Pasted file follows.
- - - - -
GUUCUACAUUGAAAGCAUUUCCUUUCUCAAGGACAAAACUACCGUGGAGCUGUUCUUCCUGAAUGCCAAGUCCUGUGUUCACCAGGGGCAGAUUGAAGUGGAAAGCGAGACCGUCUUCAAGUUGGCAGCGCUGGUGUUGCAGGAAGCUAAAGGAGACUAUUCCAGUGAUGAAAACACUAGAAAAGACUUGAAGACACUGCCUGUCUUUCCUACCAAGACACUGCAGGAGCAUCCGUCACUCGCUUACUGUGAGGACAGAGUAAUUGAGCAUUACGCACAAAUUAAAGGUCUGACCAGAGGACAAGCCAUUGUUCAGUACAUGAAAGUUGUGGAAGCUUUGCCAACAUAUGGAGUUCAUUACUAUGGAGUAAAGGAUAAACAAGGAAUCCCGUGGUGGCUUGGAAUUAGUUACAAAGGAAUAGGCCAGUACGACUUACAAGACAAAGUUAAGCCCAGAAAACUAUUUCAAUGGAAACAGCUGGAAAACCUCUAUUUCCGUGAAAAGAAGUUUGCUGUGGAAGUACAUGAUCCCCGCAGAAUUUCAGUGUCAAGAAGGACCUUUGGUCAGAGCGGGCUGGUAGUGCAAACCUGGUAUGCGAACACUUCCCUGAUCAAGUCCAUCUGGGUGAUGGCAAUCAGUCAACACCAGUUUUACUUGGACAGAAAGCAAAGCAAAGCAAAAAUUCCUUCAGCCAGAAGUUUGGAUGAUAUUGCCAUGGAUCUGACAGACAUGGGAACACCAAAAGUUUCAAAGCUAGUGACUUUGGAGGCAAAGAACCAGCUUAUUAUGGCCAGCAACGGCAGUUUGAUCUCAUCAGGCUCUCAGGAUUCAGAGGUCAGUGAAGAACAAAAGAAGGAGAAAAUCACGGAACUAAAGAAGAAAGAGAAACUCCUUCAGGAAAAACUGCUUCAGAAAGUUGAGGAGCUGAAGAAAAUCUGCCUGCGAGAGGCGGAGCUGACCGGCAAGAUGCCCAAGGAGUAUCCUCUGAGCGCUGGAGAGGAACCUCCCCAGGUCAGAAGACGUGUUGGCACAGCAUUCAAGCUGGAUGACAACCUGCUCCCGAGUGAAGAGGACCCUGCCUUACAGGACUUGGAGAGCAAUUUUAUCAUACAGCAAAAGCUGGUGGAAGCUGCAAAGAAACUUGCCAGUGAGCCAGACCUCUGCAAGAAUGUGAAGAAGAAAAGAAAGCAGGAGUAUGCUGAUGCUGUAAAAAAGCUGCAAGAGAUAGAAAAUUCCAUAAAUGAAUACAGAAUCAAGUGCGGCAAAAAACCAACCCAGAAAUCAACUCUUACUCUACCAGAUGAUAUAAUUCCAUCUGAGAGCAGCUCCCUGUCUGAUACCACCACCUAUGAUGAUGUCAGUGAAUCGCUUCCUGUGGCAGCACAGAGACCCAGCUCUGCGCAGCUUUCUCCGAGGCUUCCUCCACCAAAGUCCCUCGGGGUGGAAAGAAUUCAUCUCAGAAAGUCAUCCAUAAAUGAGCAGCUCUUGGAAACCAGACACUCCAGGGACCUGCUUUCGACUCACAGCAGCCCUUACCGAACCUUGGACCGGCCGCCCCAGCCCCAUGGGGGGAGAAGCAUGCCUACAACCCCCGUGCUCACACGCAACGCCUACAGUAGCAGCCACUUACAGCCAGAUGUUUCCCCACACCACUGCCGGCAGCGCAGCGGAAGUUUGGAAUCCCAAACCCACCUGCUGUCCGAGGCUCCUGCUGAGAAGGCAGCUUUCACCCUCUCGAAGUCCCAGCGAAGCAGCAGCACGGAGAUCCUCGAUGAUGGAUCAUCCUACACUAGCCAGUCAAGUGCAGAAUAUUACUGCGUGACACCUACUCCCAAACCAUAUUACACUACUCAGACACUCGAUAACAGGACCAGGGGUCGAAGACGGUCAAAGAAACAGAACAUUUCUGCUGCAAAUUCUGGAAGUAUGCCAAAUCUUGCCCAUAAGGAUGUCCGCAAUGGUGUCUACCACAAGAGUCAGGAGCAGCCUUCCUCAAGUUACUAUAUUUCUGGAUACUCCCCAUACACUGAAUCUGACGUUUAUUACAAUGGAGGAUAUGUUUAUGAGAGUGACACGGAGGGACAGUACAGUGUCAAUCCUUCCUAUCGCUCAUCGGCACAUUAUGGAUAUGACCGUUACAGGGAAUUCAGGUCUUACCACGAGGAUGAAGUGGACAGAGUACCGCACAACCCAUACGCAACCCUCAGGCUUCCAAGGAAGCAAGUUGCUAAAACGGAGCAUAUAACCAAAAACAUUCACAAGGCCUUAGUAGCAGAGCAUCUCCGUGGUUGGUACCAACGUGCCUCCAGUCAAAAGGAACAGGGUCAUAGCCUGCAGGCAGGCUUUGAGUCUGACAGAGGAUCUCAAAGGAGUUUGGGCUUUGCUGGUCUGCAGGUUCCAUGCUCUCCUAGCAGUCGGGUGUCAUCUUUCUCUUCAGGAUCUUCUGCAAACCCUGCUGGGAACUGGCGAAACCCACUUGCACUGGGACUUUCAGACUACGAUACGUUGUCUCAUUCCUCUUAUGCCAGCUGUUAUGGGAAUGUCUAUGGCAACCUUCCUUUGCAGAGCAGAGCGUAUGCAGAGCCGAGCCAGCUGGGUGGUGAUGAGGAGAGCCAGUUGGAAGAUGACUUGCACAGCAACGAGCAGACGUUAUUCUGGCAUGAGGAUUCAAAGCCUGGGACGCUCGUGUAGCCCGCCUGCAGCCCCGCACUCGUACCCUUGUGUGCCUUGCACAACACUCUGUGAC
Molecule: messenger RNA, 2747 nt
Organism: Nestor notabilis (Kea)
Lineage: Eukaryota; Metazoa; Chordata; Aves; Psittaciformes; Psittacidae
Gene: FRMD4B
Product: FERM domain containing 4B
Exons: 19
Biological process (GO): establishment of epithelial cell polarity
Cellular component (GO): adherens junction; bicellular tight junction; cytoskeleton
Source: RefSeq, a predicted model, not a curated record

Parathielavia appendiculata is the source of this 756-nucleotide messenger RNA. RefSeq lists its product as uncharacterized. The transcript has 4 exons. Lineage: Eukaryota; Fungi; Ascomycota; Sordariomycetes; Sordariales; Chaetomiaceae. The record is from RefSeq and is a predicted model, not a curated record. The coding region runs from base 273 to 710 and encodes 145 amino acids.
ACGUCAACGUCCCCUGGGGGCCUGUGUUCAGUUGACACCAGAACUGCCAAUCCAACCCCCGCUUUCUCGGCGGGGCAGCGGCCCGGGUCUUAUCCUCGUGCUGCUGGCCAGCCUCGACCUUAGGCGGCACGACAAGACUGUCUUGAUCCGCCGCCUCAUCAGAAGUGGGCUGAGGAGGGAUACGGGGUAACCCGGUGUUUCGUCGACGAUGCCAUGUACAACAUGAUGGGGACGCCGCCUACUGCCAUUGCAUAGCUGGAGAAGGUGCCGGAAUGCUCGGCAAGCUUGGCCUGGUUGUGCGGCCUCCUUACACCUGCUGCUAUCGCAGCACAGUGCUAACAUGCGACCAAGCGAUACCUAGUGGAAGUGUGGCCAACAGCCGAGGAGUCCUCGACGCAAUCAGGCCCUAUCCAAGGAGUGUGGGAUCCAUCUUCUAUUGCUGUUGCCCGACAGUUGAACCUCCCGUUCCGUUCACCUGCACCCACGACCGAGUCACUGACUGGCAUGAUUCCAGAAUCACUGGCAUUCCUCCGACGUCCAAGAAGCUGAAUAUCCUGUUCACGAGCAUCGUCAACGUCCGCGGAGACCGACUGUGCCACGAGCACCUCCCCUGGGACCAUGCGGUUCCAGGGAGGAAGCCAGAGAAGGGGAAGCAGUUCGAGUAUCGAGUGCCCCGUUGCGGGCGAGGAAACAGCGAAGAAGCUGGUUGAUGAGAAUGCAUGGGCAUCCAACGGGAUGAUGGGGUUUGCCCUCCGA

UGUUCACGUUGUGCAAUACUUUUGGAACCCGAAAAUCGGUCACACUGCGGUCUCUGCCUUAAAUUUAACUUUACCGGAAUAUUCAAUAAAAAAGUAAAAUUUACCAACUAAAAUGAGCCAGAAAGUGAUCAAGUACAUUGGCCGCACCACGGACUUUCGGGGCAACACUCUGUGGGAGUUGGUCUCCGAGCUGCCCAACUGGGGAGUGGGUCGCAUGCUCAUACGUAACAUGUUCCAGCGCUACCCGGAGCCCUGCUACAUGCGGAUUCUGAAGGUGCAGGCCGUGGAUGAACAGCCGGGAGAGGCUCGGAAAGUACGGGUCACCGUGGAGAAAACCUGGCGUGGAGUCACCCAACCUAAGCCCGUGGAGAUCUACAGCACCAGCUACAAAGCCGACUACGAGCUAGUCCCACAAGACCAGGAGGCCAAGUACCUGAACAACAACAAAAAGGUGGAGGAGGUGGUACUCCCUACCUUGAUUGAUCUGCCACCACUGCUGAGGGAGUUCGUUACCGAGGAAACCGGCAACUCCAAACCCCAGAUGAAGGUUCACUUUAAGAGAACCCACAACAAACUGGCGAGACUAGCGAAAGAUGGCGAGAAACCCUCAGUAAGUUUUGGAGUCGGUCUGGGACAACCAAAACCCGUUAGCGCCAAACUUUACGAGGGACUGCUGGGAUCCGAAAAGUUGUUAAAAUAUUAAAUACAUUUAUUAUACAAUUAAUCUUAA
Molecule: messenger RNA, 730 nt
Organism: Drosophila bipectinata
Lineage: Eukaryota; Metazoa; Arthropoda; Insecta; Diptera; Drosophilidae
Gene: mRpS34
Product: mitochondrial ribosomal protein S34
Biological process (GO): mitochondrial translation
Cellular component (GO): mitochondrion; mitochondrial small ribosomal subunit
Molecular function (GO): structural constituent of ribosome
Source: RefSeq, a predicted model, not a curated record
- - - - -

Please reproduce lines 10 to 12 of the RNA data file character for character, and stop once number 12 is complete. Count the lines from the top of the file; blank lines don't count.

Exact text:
Source: RefSeq, a predicted model, not a curated record

Parathielavia appendiculata is the source of this 756-nucleotide messenger RNA. RefSeq lists its product as uncharacterized. The transcript has 4 exons. Lineage: Eukaryota; Fungi; Ascomycota; Sordariomycetes; Sordariales; Chaetomiaceae. The record is from RefSeq and is a predicted model, not a curated record. The coding region runs from base 273 to 710 and encodes 145 amino acids.
ACGUCAACGUCCCCUGGGGGCCUGUGUUCAGUUGACACCAGAACUGCCAAUCCAACCCCCGCUUUCUCGGCGGGGCAGCGGCCCGGGUCUUAUCCUCGUGCUGCUGGCCAGCCUCGACCUUAGGCGGCACGACAAGACUGUCUUGAUCCGCCGCCUCAUCAGAAGUGGGCUGAGGAGGGAUACGGGGUAACCCGGUGUUUCGUCGACGAUGCCAUGUACAACAUGAUGGGGACGCCGCCUACUGCCAUUGCAUAGCUGGAGAAGGUGCCGGAAUGCUCGGCAAGCUUGGCCUGGUUGUGCGGCCUCCUUACACCUGCUGCUAUCGCAGCACAGUGCUAACAUGCGACCAAGCGAUACCUAGUGGAAGUGUGGCCAACAGCCGAGGAGUCCUCGACGCAAUCAGGCCCUAUCCAAGGAGUGUGGGAUCCAUCUUCUAUUGCUGUUGCCCGACAGUUGAACCUCCCGUUCCGUUCACCUGCACCCACGACCGAGUCACUGACUGGCAUGAUUCCAGAAUCACUGGCAUUCCUCCGACGUCCAAGAAGCUGAAUAUCCUGUUCACGAGCAUCGUCAACGUCCGCGGAGACCGACUGUGCCACGAGCACCUCCCCUGGGACCAUGCGGUUCCAGGGAGGAAGCCAGAGAAGGGGAAGCAGUUCGAGUAUCGAGUGCCCCGUUGCGGGCGAGGAAACAGCGAAGAAGCUGGUUGAUGAGAAUGCAUGGGCAUCCAACGGGAUGAUGGGGUUUGCCCUCCGA